It’s not often that you get an album recorded in 1975 arriving at your desk for review some 48 years later, but wait, there’s an interesting backstory waiting to be told. Gabe Lapano was the founder of the group Gabriel, a popular local bar band in the early 1970s. They recorded an album with local engineer Larry Owens in 1975, but it was never released. Lapano was previously well known as the keyboard/vocalist and songwriter for the Cascades from 1967 through the early ’70s, a few years after their 1963 smash hit, “Rhythm of the Rain,” had put them on the national pop music map. Thanks to a big assist from local musician and music historian Andy Rasmussen, who narrates Lapano’s musical sojourn through his extensive liner notes, we can enjoy the sounds of the 1970s via this recording session now released on compact disc.
The musical lineup for this recording is Lapano, lead vocals and keyboards; Gary Rinehart, tenor and soprano saxophone; Chuck Flack, bass guitar; David Woody, guitar and background vocals; and Ricky Gilbert, drums and background vocals. The songs, all penned by Lapano, except one, stand the test of time and would be valid candidates for present day airplay.
His lead vocals carry the day, ranging from tender to soulful moments—all pleasantly in tune—especially the two ballads, “Lookin’ for Someone” and the bluesy minor key “Life Is a Haunted Song,” both bolstered by Rinehart’s sax motifs along with a rich accompaniment of background vocal harmonies from Woody and Gilbert.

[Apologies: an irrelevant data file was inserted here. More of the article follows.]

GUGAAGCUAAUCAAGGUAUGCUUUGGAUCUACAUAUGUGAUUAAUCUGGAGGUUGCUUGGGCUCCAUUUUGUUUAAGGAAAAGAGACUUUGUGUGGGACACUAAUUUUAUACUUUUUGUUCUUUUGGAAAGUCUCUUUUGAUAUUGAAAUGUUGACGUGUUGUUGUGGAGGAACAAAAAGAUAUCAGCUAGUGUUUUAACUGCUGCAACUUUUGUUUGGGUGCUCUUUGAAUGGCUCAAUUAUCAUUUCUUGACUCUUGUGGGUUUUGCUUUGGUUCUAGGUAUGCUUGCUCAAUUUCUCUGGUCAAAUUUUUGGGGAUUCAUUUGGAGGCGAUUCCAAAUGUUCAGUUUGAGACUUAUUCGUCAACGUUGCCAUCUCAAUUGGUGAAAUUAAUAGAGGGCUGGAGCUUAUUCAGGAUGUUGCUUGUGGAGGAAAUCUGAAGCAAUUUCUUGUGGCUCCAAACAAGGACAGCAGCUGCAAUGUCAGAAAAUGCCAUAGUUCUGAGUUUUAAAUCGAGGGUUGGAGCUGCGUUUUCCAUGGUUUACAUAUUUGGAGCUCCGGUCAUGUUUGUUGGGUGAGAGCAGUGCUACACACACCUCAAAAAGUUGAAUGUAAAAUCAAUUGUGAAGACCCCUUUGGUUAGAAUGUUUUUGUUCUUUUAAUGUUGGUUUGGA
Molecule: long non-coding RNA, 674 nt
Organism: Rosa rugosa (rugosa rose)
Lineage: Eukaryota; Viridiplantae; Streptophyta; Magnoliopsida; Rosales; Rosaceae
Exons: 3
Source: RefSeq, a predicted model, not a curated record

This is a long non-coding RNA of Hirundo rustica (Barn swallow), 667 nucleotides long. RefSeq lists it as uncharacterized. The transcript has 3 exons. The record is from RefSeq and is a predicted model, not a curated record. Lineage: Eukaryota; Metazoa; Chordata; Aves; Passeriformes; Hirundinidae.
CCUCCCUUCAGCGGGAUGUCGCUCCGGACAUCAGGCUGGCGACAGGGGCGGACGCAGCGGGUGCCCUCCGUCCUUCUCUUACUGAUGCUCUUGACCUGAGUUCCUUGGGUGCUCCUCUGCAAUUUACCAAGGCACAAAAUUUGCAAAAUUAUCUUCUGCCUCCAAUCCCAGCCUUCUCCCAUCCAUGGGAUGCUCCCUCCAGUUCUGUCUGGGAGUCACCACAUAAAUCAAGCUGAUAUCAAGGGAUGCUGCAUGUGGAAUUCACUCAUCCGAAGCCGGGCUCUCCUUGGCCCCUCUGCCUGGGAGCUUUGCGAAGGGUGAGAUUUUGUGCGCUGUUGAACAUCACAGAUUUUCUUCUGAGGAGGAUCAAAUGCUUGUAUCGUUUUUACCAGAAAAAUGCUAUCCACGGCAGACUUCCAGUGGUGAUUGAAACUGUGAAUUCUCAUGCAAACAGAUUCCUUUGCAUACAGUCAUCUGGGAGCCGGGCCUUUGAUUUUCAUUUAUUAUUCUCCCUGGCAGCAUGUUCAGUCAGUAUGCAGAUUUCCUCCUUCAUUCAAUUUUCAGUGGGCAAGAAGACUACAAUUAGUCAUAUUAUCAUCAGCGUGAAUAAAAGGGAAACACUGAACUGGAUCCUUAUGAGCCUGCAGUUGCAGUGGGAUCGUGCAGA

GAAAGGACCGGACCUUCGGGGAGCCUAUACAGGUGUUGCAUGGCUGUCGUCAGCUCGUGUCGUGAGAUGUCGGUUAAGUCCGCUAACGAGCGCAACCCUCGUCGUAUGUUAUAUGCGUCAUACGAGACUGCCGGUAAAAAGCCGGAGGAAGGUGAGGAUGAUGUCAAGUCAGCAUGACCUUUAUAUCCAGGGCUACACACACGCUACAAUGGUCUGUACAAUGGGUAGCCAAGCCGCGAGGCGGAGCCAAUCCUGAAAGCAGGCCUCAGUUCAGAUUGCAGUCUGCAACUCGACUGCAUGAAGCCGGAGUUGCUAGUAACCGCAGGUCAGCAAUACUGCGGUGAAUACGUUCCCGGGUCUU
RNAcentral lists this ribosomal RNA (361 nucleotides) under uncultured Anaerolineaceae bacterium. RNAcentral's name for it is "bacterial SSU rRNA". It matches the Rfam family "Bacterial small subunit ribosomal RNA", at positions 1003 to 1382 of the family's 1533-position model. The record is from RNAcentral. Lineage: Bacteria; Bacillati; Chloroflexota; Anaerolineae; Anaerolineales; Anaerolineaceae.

The opening tune, the catchy “Sometimes I Just Don’t Know,” immediately showcases the band’s tight musical arrangements and full complement of background vocal harmonies amid a smooth “grazing in the grass” chordal progression and rhythmic vibe. “The Bump” pays homage to the popular dance floor gyrations in the mold of “Cut the Cake,” perfectly executed with just the right syncopated funk interplay between the rhythm section.
The pop-flavored “Will You?” and “I Think We All Need Somebody” could easily be radio friendly singles in today’s market, highlighted by ensemble horn section harmonies reminiscent of Chicago. The instrumental track, “It’s in the Blood,” written by Woody, spotlights his fluid guitar chops melded with Rinehart’s sparkling horn licks, reminding one of two other instrumental classics of the day, “Pick Up the Pieces” and “The Chicken.”
Another nice point of departure is the down home jugband groove on “Floatin’ Down River,” a tune The Band would have been proud of writing. “Just my woman and me…beneath a shady tree…chugging on a homemade wine.” Lapano and his former bandmates can be proud of their work from nearly a half century ago. The crafty song arrangements bolstered by the lush vocal harmonies are as fresh today as they were yesterday.
For further background information on Gabe Lapano, read Andy Rasmussen’s article from April 2021: https://sandiegotroubadour.com/gabe-lapano/